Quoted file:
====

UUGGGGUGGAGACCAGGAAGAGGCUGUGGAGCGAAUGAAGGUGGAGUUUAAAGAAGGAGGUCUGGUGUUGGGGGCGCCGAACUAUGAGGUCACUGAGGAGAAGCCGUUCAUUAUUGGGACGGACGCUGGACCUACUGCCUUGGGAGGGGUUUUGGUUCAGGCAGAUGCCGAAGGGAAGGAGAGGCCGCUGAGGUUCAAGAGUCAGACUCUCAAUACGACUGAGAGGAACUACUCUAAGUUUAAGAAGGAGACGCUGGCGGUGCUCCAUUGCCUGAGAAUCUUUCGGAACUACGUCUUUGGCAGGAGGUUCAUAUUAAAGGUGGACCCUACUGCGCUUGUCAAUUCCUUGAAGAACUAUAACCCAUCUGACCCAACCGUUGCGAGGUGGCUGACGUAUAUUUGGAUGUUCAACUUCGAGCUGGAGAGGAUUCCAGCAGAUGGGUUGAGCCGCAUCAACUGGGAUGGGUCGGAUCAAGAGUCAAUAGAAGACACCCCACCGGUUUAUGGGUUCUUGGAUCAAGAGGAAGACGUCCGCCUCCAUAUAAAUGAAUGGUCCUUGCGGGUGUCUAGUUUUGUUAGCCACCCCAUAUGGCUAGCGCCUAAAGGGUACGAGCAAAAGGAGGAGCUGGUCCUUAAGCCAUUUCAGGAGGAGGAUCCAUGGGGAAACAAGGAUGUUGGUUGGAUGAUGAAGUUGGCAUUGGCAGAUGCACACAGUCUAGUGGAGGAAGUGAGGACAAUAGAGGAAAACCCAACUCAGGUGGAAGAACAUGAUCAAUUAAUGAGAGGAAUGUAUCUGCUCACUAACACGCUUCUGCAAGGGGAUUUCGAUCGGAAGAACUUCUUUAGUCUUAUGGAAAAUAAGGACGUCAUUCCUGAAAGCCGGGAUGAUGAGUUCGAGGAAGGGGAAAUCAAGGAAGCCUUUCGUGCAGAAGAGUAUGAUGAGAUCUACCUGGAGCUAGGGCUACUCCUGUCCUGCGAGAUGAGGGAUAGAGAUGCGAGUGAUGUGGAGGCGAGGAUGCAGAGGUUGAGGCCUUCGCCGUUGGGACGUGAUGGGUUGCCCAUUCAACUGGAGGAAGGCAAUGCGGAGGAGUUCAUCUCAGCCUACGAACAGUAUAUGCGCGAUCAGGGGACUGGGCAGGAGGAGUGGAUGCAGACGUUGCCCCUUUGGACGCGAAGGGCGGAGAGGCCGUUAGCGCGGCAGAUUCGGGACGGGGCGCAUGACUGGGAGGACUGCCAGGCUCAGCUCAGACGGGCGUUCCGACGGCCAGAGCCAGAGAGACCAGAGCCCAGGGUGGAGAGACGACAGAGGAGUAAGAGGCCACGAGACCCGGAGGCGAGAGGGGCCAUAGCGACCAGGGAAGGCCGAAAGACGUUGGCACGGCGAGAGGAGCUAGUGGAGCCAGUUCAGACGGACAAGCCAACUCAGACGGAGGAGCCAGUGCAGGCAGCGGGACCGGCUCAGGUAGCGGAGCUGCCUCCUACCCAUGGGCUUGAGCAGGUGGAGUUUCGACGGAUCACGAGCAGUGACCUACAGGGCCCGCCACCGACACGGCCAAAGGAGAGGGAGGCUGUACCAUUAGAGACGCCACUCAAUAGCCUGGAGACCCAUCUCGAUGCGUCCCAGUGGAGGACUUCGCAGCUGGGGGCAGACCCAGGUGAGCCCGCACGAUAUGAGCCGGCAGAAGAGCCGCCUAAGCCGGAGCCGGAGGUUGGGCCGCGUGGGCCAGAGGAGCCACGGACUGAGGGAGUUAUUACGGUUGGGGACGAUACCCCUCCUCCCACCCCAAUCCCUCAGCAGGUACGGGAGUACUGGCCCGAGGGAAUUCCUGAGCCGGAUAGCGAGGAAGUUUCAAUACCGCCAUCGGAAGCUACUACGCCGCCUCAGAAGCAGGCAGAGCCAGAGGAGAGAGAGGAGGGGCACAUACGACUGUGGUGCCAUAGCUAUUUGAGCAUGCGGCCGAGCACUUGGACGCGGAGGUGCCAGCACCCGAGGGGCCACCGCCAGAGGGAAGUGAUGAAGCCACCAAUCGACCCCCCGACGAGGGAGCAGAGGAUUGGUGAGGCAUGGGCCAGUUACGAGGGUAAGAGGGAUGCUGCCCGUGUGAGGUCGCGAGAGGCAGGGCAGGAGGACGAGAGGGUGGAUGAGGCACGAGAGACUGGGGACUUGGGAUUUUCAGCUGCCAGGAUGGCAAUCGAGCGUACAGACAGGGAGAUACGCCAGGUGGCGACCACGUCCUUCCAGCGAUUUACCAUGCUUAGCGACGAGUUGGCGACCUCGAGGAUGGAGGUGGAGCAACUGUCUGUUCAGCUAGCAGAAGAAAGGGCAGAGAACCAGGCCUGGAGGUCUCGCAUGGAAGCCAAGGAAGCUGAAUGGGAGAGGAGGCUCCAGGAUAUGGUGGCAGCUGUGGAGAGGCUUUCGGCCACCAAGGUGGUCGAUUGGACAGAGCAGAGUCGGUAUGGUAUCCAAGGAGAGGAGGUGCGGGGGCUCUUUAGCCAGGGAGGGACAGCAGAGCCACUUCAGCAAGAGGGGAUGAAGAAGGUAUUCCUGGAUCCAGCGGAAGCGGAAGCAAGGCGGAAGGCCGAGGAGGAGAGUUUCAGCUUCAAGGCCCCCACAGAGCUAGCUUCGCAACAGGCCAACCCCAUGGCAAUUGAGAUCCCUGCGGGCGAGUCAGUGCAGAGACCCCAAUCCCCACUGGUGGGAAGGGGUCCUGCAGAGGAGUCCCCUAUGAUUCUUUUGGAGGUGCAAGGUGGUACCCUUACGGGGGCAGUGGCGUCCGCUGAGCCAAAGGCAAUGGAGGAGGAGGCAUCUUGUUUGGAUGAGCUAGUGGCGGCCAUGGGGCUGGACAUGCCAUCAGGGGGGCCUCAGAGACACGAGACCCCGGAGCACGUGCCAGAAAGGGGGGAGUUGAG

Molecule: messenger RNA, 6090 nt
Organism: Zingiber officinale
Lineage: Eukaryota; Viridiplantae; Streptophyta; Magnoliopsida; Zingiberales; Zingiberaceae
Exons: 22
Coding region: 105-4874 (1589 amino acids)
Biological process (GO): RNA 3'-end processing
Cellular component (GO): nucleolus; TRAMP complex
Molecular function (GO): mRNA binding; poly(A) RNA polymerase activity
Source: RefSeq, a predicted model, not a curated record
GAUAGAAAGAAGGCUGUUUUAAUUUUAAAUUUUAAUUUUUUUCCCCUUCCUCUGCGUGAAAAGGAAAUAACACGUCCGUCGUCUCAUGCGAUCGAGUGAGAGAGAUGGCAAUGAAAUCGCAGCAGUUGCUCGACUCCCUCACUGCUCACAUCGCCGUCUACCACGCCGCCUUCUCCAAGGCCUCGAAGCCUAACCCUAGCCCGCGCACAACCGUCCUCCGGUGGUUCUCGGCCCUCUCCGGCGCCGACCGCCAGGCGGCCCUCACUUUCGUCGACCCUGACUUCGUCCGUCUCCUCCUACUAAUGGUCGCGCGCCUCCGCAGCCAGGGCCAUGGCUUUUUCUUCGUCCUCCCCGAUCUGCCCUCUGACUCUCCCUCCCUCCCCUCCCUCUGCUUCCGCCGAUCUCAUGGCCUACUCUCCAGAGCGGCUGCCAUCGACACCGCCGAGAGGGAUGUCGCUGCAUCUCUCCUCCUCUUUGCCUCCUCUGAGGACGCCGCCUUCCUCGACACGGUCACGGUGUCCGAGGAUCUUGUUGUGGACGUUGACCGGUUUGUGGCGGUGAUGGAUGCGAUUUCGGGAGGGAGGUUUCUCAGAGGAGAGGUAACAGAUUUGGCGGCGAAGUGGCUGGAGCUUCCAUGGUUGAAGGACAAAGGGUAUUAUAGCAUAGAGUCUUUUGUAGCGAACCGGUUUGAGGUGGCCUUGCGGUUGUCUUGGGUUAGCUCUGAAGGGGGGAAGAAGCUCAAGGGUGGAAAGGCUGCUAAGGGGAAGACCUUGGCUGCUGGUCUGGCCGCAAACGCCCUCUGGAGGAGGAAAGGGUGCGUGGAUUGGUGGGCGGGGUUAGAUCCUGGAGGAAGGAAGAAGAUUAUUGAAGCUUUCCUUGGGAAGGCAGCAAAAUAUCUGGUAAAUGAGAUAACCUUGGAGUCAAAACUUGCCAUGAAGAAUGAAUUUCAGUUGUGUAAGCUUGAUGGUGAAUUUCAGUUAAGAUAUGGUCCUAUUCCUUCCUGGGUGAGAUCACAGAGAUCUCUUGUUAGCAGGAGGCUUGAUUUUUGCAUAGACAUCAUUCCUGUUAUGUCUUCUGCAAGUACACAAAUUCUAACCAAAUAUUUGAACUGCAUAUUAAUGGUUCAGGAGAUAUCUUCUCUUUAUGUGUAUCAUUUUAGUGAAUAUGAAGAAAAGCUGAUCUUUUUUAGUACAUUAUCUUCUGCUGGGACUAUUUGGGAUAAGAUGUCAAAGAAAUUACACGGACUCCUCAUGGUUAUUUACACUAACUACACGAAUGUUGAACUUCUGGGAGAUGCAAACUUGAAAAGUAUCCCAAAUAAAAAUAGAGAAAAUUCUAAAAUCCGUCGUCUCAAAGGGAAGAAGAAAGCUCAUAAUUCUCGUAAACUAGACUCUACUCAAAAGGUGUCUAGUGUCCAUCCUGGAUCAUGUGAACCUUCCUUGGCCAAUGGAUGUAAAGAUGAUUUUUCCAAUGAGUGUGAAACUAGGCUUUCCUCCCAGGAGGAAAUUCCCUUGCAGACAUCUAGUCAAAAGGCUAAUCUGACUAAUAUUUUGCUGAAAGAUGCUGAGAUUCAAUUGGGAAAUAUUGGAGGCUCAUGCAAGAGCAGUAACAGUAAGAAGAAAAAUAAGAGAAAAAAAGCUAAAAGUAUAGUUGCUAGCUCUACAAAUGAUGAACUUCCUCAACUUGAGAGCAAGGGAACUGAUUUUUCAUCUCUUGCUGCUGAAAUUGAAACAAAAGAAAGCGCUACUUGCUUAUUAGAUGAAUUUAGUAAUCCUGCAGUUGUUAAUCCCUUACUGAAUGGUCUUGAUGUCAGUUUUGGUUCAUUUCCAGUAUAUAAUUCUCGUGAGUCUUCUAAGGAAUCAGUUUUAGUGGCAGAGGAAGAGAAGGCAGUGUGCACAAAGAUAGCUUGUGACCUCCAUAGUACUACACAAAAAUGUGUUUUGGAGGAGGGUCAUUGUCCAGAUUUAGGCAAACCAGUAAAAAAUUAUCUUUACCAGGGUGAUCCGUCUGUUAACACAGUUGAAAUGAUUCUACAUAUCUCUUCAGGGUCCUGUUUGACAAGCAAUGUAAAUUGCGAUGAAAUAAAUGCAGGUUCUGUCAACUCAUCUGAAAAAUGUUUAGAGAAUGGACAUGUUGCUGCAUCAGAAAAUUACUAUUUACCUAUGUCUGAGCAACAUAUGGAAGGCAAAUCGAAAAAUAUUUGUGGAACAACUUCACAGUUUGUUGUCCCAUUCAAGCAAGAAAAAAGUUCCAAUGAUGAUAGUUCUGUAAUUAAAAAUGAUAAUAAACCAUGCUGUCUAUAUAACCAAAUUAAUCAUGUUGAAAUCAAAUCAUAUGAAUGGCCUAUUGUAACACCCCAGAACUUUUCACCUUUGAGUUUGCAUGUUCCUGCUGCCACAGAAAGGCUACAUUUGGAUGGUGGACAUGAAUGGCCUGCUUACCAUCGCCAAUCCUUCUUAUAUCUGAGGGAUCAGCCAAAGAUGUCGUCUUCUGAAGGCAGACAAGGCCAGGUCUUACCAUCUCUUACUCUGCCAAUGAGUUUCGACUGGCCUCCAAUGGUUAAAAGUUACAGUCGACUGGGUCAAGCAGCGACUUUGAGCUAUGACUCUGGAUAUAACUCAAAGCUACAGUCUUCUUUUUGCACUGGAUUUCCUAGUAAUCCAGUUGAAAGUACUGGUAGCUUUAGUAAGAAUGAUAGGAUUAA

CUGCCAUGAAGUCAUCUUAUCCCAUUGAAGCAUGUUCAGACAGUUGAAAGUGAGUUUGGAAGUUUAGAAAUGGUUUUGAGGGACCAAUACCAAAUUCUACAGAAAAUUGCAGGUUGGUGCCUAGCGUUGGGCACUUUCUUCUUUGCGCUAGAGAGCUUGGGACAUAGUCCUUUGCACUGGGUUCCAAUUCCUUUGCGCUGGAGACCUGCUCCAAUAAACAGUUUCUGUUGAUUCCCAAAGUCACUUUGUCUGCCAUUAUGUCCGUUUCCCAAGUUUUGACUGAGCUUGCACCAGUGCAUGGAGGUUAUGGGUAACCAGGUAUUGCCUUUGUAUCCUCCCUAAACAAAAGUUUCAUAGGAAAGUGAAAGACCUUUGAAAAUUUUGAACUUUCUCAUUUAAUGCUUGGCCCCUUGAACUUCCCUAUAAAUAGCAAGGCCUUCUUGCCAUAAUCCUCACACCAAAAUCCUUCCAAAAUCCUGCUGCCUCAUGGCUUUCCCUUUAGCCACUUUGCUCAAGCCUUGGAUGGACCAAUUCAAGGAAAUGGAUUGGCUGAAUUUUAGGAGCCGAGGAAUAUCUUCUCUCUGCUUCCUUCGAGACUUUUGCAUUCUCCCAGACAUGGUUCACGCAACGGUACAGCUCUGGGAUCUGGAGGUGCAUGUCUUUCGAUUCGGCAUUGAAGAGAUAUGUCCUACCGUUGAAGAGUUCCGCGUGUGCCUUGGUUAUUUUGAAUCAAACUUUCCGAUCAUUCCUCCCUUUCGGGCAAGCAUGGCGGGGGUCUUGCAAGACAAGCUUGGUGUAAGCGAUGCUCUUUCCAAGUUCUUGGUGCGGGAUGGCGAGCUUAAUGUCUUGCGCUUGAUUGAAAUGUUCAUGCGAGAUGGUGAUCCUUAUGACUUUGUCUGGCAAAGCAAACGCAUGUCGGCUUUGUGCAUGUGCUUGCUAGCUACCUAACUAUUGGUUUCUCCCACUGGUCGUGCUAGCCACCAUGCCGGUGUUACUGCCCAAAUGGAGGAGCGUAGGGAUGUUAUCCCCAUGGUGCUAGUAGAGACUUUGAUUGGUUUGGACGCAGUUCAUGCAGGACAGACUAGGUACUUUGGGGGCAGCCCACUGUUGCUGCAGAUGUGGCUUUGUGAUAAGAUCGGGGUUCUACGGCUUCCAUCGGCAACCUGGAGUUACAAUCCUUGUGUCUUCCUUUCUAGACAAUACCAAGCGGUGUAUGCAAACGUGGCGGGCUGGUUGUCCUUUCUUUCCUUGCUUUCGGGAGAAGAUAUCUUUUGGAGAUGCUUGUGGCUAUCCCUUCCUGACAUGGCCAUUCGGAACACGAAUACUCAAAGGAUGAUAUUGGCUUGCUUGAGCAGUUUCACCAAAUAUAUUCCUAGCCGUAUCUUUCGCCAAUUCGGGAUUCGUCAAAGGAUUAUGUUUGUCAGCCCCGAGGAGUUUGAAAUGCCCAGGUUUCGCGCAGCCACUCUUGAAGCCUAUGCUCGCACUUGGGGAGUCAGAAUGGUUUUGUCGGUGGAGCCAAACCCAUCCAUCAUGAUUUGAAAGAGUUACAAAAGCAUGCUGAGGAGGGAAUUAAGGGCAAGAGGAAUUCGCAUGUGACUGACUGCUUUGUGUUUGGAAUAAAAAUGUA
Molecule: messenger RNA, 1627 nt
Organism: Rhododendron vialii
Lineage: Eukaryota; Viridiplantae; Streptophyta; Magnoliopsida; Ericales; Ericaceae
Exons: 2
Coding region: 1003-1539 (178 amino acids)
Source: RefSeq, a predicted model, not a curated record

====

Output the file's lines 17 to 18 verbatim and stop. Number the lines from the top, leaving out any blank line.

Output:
Coding region: 1003-1539 (178 amino acids)
Source: RefSeq, a predicted model, not a curated record